For the first time in 31 years, League One Blackpool are approaching a new season without the owners who brought the club to its knees.

By the end, Owen Oyston, son Karl and daughter Natalie created an atmosphere around Bloomfield Road that was so toxic many supporters refused to go to watch their team.

In June, it was confirmed a Seasiders fan – Blackpool-born, Hong Kong-based financier Simon Sadler – had bought a 96.2% controlling interest in the club.

In the build-up to Blackpool’s opening match of the season at home to Bristol Rovers on Saturday, Sadler spoke to BBC Sport…

Blackpool in danger

Blackpool fans, with one holding up an "Oyston out" scarf

It is hard to believe, considering what followed, but in 2009 Blackpool were about to embark on their first top-flight campaign for 40 years.

Despite doing the double over and beating , a run of 16 games from mid-January in which they earned only eight points meant they went straight back down. In 2015, they were relegated to League One. A year later, they were in .

Supporters accused the Oyston family of taking money out of the club – a claim made in court which the family denied.

The Oystons starting suing fans. In February, receivers were appointed to find a buyer. Sadler answered the SOS.

“I care deeply about this club,” he says. “What has happened to it has been unpleasant to watch.

“I own Sir Stanley Matthews’ FA Cup medal from 1953. I was sitting in Hong Kong thinking the club he won the medal for was in danger of going out of existence.

“The club needed a fan to step in. Friends have given me every reason not to do this. They have also given me every reason to do it. My wife has been incredibly supportive.

“Does the challenge occasionally feel daunting? Yes. Is it exciting? Yes. Am I going to have fun? I really hope so.”

A damaged community asset

Blackpool is not a wealthy town. Unemployment is significantly higher than the national average, and the number of people on benefits is almost double.

Sadler believes the football club should be a beacon of positivity. It has a rich history – three times FA Cup finalists, one of only five clubs to supply more than one player to England’s 1966 World Cup-winning squad, and home to Matthews, who made 391 appearances for the club in 14 years.

Sadler says: “Football clubs are community assets but the link between the club and the town – if it didn’t get destroyed – certainly got badly damaged. How that happened is shocking.

“Blackpool has its social troubles. It needs a solid football club. We are starting to rebuild relationships. Blackpool Council is our new sponsor.

“I am fortunate enough to be the custodian of this football club and I want to make sure it is around for future generations so other lads and lasses can come with their mums and dads, like I did with my dad.”

Lagging behind Fleetwood and Fylde

Fleetwood Town FC

Blackpool’s traditional rivals are Preston North End, 18 miles away. But as the rows around the club rumbled on, two more even more local foes have emerged.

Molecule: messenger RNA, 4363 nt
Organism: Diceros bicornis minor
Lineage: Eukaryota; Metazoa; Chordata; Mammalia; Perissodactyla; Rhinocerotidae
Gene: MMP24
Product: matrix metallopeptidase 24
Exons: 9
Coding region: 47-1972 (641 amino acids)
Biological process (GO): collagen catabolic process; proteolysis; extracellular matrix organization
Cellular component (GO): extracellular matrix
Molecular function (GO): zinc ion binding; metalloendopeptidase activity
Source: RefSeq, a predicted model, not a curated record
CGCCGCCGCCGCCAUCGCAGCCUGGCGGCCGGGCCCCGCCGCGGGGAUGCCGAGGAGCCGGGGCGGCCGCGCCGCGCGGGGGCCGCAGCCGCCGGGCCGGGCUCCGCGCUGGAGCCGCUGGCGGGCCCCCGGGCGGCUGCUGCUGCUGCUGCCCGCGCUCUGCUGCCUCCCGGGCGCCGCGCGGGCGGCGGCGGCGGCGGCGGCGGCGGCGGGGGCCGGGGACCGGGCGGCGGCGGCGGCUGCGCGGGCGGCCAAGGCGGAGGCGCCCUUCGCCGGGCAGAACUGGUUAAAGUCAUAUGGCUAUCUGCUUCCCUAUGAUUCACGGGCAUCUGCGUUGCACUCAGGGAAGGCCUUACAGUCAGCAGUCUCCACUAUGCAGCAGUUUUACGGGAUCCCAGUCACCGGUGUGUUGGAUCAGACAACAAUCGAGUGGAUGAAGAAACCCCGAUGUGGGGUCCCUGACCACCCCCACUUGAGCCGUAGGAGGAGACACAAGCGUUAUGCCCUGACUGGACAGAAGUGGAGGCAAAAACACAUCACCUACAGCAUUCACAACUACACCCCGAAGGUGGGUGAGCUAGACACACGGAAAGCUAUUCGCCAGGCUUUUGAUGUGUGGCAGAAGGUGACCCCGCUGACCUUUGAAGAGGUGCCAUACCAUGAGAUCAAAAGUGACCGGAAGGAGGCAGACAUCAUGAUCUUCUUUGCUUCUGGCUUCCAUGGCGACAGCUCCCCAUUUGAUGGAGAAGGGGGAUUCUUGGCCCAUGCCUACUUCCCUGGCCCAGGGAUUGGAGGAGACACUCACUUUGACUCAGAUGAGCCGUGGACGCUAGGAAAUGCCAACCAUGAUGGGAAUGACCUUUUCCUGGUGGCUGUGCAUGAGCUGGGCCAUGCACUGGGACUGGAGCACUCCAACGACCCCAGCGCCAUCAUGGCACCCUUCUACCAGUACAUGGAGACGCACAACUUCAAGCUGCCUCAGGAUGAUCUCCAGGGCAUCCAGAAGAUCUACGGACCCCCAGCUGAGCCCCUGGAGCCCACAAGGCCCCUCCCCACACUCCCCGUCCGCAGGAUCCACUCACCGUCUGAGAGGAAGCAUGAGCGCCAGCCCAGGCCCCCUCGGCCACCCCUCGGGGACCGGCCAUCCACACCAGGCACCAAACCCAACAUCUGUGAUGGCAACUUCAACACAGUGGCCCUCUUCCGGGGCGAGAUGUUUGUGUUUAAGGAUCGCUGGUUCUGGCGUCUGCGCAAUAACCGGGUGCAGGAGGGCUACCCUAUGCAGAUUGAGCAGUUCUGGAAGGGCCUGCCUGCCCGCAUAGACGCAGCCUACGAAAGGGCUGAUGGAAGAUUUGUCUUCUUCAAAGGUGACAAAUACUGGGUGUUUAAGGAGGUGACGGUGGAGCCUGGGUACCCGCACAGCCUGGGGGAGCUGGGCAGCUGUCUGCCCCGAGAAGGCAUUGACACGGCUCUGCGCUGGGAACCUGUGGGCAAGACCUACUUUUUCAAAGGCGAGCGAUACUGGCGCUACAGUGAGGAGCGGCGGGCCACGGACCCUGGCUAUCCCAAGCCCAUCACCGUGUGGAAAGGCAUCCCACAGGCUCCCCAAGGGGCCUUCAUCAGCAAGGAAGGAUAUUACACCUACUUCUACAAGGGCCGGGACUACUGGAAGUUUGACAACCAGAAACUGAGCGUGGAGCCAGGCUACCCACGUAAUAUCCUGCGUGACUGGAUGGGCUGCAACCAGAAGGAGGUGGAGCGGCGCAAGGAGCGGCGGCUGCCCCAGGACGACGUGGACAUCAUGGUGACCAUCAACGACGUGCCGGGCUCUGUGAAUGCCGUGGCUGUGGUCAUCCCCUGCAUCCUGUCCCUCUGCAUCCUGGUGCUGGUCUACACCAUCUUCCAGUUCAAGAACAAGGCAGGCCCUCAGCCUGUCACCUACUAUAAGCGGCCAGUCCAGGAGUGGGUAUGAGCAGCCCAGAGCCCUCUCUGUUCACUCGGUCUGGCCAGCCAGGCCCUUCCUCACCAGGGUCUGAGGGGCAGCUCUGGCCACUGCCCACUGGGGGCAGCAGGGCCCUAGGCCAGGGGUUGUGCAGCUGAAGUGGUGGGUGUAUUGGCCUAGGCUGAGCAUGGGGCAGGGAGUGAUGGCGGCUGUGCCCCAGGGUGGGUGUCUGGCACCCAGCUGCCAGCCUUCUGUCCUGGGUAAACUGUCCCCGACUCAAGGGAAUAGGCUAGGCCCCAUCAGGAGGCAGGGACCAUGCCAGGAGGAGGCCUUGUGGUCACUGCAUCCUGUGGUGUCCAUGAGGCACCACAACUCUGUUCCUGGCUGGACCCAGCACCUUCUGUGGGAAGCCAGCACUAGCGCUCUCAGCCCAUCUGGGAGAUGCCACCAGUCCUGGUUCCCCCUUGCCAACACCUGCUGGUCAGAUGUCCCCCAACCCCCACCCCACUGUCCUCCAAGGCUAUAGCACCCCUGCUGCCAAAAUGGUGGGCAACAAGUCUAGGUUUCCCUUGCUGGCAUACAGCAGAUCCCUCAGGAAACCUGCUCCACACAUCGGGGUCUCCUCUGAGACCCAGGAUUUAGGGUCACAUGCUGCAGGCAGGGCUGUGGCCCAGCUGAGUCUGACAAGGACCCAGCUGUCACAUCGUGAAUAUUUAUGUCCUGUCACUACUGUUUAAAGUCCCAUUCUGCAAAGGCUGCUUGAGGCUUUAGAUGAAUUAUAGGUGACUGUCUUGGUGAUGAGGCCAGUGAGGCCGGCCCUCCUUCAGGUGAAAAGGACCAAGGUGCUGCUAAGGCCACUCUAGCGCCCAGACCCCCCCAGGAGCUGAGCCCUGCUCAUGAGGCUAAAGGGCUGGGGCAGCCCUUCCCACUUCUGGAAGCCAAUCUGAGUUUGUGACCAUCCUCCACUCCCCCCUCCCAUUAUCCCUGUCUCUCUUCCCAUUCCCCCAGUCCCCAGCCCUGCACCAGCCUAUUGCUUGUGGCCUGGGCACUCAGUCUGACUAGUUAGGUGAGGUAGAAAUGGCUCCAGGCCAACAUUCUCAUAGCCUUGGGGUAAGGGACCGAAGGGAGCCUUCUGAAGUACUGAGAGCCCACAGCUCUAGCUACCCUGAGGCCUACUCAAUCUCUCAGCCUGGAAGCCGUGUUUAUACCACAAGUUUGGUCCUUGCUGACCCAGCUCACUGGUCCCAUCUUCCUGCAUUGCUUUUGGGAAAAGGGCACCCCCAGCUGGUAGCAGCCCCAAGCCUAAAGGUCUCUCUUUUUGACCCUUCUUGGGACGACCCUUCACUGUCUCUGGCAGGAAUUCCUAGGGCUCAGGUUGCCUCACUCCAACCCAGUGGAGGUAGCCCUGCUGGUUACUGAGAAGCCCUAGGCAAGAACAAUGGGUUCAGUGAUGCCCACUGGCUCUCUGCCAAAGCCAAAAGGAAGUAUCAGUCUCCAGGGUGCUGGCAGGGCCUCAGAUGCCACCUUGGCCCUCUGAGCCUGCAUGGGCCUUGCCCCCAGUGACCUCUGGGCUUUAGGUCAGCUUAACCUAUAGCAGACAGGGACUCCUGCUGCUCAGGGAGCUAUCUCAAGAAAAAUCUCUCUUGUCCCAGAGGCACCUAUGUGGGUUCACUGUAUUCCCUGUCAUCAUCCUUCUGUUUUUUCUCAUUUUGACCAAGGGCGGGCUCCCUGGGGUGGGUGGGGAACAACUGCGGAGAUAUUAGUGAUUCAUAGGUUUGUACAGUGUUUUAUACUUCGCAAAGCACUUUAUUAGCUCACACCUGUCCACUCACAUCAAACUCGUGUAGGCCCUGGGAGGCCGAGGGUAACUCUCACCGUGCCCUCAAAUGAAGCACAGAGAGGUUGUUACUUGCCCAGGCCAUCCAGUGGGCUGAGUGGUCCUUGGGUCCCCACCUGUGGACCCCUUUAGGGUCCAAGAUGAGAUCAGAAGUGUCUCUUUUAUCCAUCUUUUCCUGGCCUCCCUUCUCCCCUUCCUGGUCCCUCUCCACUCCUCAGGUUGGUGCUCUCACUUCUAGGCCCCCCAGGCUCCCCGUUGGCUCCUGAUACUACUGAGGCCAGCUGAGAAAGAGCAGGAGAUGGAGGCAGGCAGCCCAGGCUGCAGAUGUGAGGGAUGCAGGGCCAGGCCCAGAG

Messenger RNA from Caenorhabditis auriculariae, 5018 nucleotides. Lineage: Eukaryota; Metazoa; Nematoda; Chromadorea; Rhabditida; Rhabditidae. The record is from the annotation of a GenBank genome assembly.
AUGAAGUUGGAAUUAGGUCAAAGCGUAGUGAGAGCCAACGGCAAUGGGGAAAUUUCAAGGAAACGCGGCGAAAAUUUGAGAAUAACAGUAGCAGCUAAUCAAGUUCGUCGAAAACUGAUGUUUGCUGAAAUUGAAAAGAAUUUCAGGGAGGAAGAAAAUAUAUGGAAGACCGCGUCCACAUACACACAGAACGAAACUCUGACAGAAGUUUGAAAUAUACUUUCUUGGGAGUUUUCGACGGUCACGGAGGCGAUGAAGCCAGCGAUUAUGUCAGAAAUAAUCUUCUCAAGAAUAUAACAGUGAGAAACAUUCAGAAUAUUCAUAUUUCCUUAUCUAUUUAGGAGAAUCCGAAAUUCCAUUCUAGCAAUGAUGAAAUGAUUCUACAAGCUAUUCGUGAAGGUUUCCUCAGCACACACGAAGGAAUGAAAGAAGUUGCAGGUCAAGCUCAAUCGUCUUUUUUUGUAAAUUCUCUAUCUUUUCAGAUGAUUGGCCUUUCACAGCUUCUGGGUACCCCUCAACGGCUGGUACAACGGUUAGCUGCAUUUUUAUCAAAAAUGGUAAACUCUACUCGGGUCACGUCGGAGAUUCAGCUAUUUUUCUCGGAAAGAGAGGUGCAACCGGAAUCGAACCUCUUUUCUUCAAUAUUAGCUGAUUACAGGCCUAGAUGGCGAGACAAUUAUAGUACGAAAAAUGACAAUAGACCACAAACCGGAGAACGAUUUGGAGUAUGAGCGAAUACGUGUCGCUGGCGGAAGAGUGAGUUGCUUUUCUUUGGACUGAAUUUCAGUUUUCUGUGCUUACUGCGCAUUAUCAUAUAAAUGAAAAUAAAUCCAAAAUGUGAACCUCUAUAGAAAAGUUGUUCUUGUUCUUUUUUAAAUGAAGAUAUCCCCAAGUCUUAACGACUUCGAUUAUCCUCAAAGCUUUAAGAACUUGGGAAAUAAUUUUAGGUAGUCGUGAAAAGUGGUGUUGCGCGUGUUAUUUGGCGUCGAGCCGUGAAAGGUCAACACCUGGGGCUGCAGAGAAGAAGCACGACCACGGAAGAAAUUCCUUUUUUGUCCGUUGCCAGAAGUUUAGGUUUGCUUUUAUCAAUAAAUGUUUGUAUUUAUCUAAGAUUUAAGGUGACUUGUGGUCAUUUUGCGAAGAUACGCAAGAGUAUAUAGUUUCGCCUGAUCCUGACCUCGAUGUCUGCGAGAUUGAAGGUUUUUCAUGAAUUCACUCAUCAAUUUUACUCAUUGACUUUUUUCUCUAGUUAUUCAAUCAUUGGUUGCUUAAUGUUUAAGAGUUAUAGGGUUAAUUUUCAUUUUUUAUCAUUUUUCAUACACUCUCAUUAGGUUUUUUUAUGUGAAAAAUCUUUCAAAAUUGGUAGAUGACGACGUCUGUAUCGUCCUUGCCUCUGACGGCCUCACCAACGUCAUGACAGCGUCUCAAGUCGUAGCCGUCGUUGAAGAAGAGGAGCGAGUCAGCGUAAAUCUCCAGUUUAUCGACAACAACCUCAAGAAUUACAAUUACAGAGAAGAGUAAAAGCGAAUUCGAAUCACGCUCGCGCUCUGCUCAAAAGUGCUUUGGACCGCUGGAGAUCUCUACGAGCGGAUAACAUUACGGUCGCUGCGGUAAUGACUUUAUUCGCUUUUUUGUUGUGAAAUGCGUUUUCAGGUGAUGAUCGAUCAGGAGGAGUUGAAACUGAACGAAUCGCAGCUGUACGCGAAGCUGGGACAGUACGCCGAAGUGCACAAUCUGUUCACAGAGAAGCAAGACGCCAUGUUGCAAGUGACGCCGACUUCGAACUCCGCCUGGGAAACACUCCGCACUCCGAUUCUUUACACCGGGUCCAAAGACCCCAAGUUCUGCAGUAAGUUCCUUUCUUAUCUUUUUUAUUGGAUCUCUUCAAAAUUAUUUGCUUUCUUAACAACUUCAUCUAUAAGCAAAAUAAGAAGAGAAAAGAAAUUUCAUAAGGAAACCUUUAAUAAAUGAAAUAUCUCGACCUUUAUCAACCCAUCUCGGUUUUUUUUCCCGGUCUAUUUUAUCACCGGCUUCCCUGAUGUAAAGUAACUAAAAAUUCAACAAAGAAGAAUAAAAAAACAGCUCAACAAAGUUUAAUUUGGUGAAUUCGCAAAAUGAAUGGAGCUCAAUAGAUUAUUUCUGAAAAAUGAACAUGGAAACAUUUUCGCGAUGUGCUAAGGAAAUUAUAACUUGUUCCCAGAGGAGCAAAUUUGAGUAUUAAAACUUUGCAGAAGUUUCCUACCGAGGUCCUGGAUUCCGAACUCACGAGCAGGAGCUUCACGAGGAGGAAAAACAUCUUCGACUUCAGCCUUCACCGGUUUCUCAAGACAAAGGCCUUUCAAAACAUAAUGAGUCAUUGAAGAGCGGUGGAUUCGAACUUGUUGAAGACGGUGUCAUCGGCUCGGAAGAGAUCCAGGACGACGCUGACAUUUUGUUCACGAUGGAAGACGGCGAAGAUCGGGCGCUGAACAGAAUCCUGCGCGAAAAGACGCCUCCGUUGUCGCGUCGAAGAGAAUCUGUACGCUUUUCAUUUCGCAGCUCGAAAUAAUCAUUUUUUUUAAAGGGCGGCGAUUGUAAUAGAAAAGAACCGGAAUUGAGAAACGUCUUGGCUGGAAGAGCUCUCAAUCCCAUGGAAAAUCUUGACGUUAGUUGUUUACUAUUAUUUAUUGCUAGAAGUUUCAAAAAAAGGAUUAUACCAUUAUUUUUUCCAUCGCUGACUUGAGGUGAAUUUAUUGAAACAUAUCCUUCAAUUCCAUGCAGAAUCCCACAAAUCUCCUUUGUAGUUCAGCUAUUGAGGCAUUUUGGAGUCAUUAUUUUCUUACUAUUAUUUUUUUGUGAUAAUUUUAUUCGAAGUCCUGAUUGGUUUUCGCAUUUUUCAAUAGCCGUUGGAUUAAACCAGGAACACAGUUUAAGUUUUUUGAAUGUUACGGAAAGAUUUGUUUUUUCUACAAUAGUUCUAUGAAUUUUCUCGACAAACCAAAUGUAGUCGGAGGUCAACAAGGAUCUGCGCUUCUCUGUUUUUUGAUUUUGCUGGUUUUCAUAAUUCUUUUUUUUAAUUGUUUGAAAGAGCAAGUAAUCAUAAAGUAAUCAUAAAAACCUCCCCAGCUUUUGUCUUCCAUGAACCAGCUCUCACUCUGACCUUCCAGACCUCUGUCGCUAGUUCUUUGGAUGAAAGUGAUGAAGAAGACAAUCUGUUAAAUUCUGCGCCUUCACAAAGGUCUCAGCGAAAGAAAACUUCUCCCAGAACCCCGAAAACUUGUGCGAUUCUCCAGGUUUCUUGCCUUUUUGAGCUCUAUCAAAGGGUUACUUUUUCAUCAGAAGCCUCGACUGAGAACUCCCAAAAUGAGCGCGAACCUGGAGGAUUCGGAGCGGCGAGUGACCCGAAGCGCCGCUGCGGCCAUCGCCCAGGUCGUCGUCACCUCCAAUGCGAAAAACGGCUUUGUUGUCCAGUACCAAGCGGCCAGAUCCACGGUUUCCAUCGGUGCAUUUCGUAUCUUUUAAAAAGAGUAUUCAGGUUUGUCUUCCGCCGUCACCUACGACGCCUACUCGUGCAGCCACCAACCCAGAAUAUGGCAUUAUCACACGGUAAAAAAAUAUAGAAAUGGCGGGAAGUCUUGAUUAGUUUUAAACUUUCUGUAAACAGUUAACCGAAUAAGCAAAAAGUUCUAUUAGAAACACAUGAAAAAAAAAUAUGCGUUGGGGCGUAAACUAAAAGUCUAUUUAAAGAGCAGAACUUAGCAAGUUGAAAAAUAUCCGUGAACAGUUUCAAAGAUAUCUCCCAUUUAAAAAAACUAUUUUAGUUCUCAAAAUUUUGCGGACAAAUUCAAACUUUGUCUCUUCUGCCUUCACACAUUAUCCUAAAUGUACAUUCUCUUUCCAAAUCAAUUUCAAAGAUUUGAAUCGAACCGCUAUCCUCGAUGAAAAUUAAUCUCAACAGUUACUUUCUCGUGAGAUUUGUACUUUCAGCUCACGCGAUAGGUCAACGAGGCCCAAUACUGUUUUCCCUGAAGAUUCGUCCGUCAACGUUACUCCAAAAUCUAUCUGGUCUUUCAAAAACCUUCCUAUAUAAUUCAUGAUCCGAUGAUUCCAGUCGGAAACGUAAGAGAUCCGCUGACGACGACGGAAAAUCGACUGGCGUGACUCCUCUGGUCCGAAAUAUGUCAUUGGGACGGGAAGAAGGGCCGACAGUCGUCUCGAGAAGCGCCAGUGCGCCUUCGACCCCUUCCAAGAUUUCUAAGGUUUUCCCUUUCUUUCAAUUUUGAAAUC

Fifteen years ago, Fleetwood Town were playing in the North West Counties League – tier nine in the English football pyramid. Fylde were lower than that, in tier 11.

Fleetwood – eight miles from Blackpool – are now in League One. Fylde – a mile further away – came within one game of promotion to the Football League last season. Both have new grounds and better training facilities than Blackpool.

“In many respects, Blackpool is behind Fleetwood and Fylde because it hasn’t had that investment,” says Sadler. “It is going to take time, dedication and hard work – and, above all else, it is going to take money.

“We need to build the infrastructure and build a squad to get us out of League One into the Championship, and to stay there.

“We have to think long term. It would be ridiculous of me to chuck £10m to £20m into the playing squad when we aren’t ready for it. That sort of money needs to be invested in training facilities and the like.”

Sadler has installed a management team that includes Michael Bolingbroke, formerly of and , as executive chairman and long-time friend Brett Gerrity, a lawyer, as director.

He has appointed Simon Grayson – returning to Blackpool for a second spell – to replace Terry McPhillips as manager.

Sadler does not view being based in Hong Kong as a drack because “in a strange way, the time zone can work for me a little bit because I can concentrate on my day job and in the evenings devote some time to Blackpool FC”.

He has worked out it is possible to leave his office on a Friday, get to Blackpool matches on a Saturday and be back at work on Monday. It is a trip he hopes to make 25 times this season.

Buying Matthews’ FA Cup medal

Since he left the UK in his 20s to pursue a successful financial career, Sadler’s link to Blackpool has been through his memories – and, more obviously, Matthews’ medal. It is now housed in the National Football Museum in Manchester.

The story of how Sadler came to own it is a tale in itself.

He says: “A friend of mine, who was in , saw an article about the medal being for sale and messaged me.

“We were going through a very good period at work – and, within that, I had a very good day. I had drunk quite a bit and rang my dad, who lives in the Lake District, and asked him to go to London and buy it.

“The guide price was £50,000. I just pulled a number out of thin air and said: ‘You can pay up to this.’

“We think he just offered that figure, though my sister, who went down with him, assures me that is not the case. We occasionally tease him now – ‘£220,000!’ But that is how I ended up getting it.

“It is an iconic piece of sporting history and I am honoured to own it.”

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